IRA recharacterization is a tax-free transfer of funds from one kind of IRA to another. If you converted a traditional IRA to a Roth IRA and now are reconsidering, recharacterization allows you to undo the transaction and move the funds back to a traditional IRA. You can also recharacterize a tax-year traditional IRA contribution from a traditional IRA to a Roth IRA or vice versa. The Tax Cuts and Jobs Act does away with recharacterization for conversions done in 2018 and later, but the IRS has made it clear that 2017 conversions can still be recharacterized. Don’t miss out on this last chance to take advantage of one of the rare opportunities for a “do-over” in the tax code.
You may consider recharacterizing your 2017 conversion for many reasons. You might be having second thoughts about the tax bill. Tax reform has resulted in lower tax rates in 2018 for many taxpayers. Maybe you converted in 2017 when your rates were higher and now you would like a “do-over” at lower 2018 rates. You have the option of recharacterizing your 2017 conversion.
We constantly see questions regarding the distribution rules for Roth IRAs. Personally, I’ve always thought that the failure to understand these rules prevents many from truly appreciating the benefits of these accounts. Traditional IRAs are easy. Unless we are talking about nondeductible contributions, the money is deductible when contributed and taxable upon withdrawal. There’s also the early distribution penalty that could apply depending on the circumstances.
Roth IRAs have a couple of different rules, including two separate 5-year rules. The easiest way to understand these rules is to remember that a Roth IRA consists of two parts: (1) contributions/conversions and (2) investment gains/losses. This is important because contributions can always be withdrawn at any time, tax and penalty free. The earnings, however, are potentially taxable and could be hit with the early distribution penalty.
5 Easy steps to fix a missed 60-day rollover deadline with Self-Certification.
If I miss the 60-day deadline for completing an IRA rollover, is there any way to save the rollover amount from tax?
Failing to complete a 60-day rollover on time can cause the rollover amount to be taxed as income and perhaps subject to a 10% early withdrawal penalty. However, the deadline may have been missed due to reasons that are not the taxpayer’s fault. For such cases, the IRS has created an easy, low-cost way to fix late rollover errors. Revenue Procedure 2016-47 enables individuals to self-certify that they are eligible for a waiver of the 60-day deadline and complete a late rollover.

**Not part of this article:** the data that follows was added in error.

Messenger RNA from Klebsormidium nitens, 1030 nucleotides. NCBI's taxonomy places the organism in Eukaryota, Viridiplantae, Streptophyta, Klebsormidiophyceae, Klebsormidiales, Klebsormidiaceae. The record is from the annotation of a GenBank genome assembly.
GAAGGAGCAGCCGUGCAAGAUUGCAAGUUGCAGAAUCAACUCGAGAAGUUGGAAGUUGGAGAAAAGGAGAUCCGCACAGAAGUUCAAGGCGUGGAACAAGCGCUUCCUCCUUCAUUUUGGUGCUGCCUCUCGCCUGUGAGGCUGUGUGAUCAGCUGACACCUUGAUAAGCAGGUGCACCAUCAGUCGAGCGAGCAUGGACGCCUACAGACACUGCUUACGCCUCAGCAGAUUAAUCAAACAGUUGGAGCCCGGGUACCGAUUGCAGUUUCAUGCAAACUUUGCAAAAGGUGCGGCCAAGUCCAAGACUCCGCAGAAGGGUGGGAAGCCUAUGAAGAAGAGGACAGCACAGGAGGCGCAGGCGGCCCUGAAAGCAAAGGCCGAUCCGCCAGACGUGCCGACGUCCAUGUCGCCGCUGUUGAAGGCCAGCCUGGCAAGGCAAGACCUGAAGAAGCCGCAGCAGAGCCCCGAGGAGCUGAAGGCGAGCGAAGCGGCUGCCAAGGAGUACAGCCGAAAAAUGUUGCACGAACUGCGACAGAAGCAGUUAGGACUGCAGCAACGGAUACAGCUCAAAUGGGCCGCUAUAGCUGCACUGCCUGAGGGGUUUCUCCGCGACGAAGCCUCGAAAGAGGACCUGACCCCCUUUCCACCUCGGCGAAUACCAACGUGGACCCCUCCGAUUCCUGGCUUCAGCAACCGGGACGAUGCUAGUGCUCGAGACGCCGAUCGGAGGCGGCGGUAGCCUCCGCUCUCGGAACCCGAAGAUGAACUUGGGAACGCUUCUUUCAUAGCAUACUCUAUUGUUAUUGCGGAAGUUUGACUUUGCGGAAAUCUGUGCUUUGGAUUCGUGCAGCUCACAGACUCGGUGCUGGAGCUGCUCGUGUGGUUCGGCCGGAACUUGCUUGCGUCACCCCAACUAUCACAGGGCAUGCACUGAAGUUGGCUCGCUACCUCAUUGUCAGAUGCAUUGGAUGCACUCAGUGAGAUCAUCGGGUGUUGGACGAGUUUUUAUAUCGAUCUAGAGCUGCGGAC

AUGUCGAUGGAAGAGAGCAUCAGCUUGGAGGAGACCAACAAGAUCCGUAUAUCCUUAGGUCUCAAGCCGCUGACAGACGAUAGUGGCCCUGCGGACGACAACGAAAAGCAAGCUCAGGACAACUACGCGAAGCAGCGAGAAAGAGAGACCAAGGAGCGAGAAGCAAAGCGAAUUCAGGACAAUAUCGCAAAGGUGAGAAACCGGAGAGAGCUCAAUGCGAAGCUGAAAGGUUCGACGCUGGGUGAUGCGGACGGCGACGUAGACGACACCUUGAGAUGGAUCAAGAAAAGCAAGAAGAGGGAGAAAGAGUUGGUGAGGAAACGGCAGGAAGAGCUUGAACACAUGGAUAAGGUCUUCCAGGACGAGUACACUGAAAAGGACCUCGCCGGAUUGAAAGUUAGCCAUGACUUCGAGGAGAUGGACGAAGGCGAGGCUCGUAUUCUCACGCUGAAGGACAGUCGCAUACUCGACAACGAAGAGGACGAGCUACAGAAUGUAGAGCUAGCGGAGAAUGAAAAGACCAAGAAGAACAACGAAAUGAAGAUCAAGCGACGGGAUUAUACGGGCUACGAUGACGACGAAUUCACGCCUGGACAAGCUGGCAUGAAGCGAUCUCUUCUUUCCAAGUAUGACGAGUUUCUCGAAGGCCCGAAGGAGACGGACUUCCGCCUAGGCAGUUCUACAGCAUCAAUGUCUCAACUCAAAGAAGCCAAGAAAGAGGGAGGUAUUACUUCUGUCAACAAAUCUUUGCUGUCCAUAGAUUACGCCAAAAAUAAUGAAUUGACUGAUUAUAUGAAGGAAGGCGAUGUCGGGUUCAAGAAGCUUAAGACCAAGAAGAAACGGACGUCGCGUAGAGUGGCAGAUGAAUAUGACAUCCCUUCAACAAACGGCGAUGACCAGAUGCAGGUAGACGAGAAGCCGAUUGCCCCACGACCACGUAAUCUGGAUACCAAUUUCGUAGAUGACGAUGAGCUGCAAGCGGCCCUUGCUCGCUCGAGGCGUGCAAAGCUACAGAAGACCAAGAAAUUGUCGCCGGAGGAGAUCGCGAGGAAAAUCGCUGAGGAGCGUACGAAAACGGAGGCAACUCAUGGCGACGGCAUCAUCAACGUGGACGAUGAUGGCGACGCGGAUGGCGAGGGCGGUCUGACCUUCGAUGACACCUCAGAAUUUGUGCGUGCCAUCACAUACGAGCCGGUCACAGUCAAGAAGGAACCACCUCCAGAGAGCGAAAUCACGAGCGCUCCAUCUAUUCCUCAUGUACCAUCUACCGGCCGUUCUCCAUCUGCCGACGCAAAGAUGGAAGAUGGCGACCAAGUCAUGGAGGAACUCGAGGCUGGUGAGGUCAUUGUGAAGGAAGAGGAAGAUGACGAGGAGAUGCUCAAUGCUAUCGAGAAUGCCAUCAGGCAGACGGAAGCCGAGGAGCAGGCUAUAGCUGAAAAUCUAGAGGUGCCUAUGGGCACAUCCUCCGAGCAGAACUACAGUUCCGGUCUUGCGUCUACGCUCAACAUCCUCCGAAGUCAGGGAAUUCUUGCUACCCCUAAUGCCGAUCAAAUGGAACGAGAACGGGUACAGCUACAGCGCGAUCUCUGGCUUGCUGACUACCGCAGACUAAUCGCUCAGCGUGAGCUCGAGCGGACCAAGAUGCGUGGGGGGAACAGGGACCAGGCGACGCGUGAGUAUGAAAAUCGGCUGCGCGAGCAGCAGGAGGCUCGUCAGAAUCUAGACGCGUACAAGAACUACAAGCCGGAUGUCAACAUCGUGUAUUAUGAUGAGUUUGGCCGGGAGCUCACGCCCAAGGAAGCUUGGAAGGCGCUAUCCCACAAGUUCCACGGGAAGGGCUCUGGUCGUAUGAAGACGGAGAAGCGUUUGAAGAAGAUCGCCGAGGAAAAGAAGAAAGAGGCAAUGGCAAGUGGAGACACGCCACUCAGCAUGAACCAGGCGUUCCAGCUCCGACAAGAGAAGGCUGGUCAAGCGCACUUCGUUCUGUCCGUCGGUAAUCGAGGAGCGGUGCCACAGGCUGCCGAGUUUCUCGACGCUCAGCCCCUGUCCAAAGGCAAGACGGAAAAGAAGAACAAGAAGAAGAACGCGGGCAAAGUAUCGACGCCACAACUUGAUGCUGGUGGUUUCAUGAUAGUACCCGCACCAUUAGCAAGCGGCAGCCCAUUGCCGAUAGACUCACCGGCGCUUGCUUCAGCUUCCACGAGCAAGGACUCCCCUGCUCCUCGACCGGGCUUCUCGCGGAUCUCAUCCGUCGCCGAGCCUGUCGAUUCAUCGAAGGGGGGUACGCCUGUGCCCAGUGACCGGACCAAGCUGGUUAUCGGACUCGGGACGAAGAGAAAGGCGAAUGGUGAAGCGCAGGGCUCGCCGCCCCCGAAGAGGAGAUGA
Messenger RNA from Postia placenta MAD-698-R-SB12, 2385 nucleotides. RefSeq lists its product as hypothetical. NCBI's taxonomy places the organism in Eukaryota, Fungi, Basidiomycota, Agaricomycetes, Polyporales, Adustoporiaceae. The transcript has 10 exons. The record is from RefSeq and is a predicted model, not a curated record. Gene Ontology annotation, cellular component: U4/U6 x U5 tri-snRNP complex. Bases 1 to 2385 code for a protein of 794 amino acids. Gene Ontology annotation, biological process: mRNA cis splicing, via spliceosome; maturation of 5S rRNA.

1. Double check the status of every rollover you attempt. Don’t assume one has been completed just because you did your part. Mistakes happen. You can’t correct a mistake you don’t know about, and a delay hurts your case with the IRS.
Time is ticking by! Here are important retirement account deadlines you don’t want to miss.
• Recharacterize 2017 Roth IRA Conversions
Did you convert a traditional IRA to a Roth IRA in 2017? If you think you may want to recharacterize your account(s), don’t let October 15 slip by.
If your account has declined in value, a recharacterization might make sense. You may also consider recharacterizing 2017 conversion and reconverting in 2018 to take advantage of lower tax rates put in place by the Tax Cuts and Jobs Act (TCJA).
TCJA eliminates recharacterization for Roth conversions done in 2018 or later. Clients who converted in 2017 are the last ones who will be able to take advantage of this rare opportunity in the tax code. Don’t miss out by missing the deadline!
Understanding the difference between IRA & Designated Beneficiaries
IRAs have beneficiaries and “designated beneficiaries,” and it is important to know the difference. If you wish your heirs to have the opportunity to take full advantage of “stretch” IRAs, and to avoid other possibly costly mistakes, be sure your heirs are designated beneficiaries. Here’s the difference and why it matters.
The beneficiary that inherits an IRA can be an individual or a legal entity such as a charity or an estate. But a designated beneficiary must be a living person ‘with a pulse’ who is named on the beneficiary form of the IRA.
The major advantages of a designated beneficiary are:
Distributions from inherited IRAs can be stretched over a designated beneficiary’s lifetime, possibly allowing decades of tax-favored investment returns to be earned in the IRA.
The IRA passes directly to a designated beneficiary, escaping complications like probate.